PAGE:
Maple Ridge Fire and Rescue were conducting training operations at Gold Creek Falls when a firefighter broke their leg. (Eileen Robinson photo - Special to The News)

Maple Ridge Fire and Rescue were conducting training operations at Gold Creek Falls when a firefighter broke their leg. (Eileen Robinson photo - Special to The News)

Firefighter suffers broken leg during swift water rescue practice in Golden Ears park

A training exercise at Maple Ridge waterfall on Wedesday results in mishap

A Maple Ridge Fire and Rescue swift water training exercise left a firefighter with a broken leg on Wednesday.

Fire Chief Howard Exner said the incident serves as a warning of how dangerous rivers can be, particularly during the freshet season, which is beginning.

Exner said his crews were training in Golden Ears Provincial Park, in the Lower Falls area of Gold Creek. It is an area from which emergency responders get numerous calls each year for swift water rescues. The firefighter, a veteran member, got his foot wedged between two boulders under water, and his leg was broken by the current.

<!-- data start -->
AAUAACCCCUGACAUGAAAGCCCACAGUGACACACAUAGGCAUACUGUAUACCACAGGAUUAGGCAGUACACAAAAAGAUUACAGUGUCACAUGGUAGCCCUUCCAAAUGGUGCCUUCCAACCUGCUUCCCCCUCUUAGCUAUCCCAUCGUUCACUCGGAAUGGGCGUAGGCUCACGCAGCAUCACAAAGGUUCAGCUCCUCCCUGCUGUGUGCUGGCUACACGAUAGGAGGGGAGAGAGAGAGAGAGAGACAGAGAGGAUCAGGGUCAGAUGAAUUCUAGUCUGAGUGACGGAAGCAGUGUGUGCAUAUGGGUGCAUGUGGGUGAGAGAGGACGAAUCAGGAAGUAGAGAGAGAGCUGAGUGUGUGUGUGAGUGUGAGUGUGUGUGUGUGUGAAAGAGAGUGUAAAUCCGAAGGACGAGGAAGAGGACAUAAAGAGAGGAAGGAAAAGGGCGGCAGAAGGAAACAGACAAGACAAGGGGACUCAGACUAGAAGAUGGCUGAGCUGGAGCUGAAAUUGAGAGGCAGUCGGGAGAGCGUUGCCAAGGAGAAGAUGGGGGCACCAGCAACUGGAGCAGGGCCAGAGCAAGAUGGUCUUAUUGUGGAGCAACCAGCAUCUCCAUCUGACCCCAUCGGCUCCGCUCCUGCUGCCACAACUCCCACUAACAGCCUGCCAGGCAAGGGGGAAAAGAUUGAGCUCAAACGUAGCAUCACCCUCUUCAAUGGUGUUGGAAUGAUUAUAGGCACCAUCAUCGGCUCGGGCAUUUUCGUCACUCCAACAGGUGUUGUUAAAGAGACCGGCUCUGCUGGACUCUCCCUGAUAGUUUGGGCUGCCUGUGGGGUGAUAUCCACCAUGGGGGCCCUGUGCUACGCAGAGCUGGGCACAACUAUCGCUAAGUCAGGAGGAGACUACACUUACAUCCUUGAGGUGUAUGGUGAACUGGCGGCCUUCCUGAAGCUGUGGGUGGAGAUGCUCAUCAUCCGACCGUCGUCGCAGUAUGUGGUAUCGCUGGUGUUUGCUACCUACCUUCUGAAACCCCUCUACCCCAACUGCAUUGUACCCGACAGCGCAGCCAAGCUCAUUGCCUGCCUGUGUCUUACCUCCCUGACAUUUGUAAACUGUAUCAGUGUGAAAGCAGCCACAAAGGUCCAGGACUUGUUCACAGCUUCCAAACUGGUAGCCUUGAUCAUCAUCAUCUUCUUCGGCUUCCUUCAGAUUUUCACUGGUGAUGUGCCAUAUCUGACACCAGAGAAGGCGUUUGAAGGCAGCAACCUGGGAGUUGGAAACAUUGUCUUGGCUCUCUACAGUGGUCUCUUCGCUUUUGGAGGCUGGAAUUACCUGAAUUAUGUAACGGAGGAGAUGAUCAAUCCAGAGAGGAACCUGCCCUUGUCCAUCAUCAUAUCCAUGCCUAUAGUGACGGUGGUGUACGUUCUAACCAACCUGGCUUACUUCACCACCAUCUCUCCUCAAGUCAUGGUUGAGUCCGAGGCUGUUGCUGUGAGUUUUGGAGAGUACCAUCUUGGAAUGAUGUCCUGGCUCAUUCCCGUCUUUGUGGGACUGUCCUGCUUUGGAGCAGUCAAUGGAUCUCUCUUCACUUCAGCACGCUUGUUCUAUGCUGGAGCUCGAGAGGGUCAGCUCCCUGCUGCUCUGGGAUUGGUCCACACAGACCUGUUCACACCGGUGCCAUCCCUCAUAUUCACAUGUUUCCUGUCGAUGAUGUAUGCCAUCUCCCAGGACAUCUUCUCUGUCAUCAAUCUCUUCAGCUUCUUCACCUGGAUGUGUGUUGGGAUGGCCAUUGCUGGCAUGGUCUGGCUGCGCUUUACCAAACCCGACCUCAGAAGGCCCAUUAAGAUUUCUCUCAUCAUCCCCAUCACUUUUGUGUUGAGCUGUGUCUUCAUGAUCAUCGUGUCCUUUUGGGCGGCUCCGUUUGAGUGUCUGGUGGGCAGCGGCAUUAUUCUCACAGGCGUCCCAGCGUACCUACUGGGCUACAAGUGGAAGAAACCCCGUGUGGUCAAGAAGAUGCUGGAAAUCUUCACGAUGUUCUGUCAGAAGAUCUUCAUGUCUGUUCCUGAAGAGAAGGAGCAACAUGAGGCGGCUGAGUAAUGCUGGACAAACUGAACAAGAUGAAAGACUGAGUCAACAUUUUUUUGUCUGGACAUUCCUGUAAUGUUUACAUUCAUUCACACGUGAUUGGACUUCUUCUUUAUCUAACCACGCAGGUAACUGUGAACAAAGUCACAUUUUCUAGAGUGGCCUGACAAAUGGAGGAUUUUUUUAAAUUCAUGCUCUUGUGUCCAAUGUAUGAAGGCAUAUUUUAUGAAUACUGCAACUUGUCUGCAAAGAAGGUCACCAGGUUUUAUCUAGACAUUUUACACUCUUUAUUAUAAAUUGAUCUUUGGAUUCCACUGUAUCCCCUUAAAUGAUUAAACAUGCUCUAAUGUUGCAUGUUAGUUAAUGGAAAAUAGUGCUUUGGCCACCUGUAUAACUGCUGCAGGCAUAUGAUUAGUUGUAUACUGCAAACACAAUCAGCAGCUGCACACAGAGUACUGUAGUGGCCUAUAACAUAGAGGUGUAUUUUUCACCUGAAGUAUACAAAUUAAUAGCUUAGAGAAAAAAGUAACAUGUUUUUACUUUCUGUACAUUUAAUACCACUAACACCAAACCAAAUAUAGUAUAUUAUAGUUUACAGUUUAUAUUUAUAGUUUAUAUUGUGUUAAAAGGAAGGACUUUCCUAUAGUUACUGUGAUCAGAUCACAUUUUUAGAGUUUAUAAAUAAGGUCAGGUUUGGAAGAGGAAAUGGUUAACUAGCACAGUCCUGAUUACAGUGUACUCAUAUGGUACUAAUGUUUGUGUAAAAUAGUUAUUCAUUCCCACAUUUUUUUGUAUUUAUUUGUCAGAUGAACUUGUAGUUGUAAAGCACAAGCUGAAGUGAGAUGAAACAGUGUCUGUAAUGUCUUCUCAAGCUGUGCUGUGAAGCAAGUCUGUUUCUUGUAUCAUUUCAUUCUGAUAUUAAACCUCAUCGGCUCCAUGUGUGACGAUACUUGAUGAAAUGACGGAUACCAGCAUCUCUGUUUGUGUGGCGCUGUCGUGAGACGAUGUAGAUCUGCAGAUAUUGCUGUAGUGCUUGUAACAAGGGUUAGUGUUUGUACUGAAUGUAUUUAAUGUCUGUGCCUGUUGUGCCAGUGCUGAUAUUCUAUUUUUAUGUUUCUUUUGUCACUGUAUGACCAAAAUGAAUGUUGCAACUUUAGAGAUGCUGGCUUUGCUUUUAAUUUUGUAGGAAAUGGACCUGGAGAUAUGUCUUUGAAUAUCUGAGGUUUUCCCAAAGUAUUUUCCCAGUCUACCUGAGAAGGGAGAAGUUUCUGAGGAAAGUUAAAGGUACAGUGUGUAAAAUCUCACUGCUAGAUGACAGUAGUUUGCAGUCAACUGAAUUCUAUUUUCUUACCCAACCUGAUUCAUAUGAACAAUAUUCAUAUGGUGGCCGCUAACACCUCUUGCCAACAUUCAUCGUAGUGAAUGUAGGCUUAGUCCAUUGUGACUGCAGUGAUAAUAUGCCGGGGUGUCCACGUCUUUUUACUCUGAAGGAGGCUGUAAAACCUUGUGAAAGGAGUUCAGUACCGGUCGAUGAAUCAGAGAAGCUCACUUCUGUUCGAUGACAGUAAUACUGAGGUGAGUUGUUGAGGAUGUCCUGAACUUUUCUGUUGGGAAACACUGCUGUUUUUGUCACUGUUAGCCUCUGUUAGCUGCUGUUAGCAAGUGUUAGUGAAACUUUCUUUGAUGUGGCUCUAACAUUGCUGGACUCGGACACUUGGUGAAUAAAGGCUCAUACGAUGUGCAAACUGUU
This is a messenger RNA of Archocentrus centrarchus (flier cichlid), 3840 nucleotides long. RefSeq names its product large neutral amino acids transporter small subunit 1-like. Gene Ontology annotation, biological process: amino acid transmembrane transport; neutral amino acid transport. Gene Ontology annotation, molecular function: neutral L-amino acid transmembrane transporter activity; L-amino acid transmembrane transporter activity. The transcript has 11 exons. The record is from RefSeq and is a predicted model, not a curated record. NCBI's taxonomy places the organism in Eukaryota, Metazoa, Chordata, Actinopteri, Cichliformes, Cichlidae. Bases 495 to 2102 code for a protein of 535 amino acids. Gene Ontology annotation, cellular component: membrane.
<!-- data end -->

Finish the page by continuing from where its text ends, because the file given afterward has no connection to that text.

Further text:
“The energy of the river pushed him in the wrong direction, and broke his leg,” said Exner.

His co-workers were able to help the injured man to shore, and he was transported to a parking lot on a Polaris Ranger UTV equipped for litter carries. He was then taken to hospital by ambulance. The accident happened at about 11 a.m.

READ MORE: Ridge Meadows SAR uses helicopters to rescue pair of hikers in Golden Ears park

READ MORE: Ridge Meadows Search and Rescue aid woman stranded by waterfall

Exner said freshet, the annual spring melt, raises water levels and makes rivers more dangerous.

“This isn’t the time to be playing in the river,” he said. “If you don’t have a PFD (personal flotation device) you shouldn’t be within 10 feet of the river. And nor should your pet.”

His teams have rescued dogs stuck in local rivers in the past.

Exner said injuries in firefighter training are not unheard of.

“As with a lot of the calls first responders go to, there is an inherent risk.”


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